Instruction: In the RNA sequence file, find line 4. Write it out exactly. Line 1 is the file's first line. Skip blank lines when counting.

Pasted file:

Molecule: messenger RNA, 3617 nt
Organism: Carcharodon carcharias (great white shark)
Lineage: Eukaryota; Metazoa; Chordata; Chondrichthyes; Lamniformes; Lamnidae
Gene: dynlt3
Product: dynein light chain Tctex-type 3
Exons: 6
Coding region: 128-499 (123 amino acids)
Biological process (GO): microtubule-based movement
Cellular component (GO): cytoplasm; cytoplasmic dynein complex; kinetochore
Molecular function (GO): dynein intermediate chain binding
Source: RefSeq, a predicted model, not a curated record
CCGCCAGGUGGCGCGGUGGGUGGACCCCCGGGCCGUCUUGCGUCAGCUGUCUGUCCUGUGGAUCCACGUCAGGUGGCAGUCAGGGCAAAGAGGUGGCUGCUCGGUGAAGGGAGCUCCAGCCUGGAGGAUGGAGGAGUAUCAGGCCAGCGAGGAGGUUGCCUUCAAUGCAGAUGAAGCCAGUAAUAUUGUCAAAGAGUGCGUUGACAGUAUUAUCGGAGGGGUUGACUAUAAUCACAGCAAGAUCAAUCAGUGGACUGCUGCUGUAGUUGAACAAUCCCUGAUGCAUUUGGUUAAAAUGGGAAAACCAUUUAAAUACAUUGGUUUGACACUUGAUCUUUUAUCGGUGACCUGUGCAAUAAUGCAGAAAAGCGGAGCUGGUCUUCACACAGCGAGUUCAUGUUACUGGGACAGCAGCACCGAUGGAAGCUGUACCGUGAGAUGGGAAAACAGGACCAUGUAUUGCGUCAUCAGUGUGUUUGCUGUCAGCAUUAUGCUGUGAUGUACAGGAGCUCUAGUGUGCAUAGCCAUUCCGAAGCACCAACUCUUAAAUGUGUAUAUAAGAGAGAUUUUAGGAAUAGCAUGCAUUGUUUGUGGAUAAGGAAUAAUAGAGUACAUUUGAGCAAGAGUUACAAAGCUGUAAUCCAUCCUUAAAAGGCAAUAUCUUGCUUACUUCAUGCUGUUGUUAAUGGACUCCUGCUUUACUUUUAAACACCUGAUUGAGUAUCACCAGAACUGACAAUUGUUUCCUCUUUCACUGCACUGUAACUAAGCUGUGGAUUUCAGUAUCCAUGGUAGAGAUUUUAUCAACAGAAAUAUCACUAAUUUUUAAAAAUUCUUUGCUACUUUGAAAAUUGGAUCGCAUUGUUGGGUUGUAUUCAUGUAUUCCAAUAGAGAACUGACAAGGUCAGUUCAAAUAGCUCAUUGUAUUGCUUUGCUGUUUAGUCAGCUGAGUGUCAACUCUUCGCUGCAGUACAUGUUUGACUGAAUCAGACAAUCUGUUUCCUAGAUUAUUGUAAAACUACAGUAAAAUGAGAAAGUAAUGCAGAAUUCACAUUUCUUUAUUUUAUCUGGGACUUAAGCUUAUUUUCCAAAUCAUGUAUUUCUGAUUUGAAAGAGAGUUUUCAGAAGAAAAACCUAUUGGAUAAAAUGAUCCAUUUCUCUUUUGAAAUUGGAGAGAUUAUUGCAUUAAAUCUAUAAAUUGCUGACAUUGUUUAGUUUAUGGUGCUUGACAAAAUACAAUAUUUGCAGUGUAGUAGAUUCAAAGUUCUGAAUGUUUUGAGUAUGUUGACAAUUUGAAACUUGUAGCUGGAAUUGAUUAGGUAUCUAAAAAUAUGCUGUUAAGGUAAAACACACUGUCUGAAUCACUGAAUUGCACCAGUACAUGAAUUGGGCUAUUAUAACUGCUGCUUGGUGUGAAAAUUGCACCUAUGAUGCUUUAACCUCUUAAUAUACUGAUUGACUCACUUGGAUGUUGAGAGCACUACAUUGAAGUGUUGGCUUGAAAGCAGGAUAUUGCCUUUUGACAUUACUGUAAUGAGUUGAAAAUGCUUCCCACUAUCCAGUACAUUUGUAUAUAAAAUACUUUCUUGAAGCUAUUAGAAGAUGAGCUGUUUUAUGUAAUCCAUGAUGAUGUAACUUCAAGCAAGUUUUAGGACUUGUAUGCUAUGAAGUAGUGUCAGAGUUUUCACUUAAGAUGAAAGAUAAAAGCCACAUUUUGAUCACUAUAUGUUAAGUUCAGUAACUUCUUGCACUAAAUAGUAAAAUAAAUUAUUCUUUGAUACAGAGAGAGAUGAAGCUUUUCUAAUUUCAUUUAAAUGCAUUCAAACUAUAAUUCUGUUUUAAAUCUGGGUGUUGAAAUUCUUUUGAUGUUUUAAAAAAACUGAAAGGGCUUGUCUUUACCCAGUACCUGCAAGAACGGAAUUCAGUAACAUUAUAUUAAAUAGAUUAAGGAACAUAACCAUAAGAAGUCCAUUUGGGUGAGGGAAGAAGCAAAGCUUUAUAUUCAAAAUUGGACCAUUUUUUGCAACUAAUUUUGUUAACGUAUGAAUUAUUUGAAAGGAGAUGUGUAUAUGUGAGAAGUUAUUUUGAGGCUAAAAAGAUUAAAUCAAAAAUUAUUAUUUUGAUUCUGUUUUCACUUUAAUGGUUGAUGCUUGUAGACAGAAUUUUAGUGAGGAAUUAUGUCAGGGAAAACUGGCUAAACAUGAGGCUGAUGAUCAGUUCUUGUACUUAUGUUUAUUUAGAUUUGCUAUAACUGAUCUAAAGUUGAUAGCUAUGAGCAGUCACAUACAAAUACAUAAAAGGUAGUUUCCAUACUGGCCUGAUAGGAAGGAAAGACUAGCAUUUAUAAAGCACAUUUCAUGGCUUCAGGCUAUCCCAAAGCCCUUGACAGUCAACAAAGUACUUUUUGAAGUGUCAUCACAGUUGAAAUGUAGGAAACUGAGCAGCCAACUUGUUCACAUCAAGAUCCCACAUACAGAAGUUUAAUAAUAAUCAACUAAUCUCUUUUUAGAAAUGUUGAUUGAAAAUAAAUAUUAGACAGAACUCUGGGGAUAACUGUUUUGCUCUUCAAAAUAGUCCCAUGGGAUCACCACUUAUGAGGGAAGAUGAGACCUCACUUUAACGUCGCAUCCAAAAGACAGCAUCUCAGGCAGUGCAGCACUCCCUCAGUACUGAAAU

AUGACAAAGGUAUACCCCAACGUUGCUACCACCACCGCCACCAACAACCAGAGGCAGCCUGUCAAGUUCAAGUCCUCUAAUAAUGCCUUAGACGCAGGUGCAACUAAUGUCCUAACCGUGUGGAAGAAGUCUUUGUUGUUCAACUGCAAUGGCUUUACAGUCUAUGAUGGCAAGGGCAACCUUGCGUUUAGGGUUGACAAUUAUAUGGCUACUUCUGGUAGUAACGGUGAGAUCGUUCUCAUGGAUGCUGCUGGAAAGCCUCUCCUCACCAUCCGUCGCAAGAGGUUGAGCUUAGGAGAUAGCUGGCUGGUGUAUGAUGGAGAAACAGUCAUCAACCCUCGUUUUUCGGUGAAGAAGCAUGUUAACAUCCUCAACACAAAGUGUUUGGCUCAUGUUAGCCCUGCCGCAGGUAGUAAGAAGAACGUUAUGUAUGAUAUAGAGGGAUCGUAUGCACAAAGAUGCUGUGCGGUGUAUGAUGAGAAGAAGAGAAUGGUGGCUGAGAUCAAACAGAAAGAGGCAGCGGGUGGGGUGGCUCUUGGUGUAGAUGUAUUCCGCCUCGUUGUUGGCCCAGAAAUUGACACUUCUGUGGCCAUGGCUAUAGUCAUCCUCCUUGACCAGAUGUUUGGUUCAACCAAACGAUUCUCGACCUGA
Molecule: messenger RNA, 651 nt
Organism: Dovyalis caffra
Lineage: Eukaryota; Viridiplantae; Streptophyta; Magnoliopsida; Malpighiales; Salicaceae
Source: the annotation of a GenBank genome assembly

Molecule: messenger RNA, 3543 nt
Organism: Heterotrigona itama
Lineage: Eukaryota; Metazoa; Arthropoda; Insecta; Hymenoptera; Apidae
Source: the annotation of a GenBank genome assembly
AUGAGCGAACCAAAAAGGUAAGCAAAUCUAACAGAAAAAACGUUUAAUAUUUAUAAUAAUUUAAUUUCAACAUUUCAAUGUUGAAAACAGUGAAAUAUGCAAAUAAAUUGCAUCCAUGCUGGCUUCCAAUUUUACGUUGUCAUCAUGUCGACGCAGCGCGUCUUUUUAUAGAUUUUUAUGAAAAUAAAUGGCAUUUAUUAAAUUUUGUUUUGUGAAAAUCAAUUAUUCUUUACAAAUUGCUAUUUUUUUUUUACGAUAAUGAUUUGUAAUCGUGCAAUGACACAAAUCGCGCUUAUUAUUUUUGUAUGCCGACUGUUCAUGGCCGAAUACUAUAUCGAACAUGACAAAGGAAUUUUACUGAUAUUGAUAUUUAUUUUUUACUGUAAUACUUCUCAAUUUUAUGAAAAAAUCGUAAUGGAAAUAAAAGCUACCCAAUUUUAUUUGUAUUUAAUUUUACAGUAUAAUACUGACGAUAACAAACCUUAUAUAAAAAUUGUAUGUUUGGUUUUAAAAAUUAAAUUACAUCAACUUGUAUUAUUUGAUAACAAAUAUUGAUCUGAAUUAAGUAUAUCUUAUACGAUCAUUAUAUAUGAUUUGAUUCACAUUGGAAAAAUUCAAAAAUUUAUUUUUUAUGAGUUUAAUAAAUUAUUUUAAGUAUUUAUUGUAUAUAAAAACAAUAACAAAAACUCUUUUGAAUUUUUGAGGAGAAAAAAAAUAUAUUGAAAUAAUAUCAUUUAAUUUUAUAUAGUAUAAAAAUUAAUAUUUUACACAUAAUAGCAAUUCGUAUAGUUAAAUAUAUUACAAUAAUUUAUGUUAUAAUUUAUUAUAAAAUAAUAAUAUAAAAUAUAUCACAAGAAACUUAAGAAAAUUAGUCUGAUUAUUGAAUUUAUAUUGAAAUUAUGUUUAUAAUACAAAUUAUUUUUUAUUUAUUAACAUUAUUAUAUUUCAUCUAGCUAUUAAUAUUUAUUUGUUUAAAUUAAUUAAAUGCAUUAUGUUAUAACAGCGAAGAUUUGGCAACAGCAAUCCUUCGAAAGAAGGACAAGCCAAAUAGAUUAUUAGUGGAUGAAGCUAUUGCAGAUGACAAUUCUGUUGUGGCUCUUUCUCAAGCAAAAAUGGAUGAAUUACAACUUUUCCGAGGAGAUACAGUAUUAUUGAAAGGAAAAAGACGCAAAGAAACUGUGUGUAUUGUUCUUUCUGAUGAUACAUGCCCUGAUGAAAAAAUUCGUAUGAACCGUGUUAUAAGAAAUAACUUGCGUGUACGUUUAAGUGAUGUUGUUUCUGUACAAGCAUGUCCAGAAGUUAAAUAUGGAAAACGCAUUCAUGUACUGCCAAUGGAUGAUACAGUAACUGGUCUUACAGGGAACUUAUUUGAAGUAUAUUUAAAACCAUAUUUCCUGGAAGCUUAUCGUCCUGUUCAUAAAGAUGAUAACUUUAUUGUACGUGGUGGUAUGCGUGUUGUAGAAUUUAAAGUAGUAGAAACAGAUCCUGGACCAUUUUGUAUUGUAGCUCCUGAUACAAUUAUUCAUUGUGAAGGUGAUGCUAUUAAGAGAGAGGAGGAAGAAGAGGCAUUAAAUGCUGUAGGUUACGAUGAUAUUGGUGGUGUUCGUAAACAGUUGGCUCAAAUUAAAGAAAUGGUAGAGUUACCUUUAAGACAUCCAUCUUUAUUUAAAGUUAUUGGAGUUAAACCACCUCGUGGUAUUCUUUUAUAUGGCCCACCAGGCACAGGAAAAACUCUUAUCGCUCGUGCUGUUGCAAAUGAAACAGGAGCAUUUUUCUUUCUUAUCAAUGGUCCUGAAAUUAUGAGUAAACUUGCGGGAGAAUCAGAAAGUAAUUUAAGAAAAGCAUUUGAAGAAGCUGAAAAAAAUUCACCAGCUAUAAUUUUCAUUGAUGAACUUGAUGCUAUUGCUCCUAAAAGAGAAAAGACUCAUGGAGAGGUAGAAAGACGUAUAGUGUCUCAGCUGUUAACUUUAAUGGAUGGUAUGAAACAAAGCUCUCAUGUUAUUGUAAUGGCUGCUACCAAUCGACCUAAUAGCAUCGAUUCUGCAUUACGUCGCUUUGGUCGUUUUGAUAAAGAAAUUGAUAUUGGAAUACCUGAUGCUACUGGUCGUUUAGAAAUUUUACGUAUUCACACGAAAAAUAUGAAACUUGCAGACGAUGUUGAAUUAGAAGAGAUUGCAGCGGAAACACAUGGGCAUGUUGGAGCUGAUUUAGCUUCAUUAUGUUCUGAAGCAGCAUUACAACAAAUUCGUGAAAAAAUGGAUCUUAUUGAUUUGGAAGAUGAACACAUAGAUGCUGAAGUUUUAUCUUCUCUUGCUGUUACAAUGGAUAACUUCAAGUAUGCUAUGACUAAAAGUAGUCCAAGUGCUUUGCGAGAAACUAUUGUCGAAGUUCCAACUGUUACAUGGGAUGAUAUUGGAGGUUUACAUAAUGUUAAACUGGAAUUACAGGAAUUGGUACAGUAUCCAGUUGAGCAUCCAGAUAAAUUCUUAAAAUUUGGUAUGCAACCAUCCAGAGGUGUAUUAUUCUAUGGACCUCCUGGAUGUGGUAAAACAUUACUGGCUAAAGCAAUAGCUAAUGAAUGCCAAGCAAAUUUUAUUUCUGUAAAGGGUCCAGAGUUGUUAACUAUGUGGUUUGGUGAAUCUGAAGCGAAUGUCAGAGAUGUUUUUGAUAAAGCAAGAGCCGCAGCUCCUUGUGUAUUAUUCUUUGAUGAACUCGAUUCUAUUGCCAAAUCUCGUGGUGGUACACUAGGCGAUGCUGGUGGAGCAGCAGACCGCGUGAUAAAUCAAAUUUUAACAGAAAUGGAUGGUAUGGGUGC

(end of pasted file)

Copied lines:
Gene: dynlt3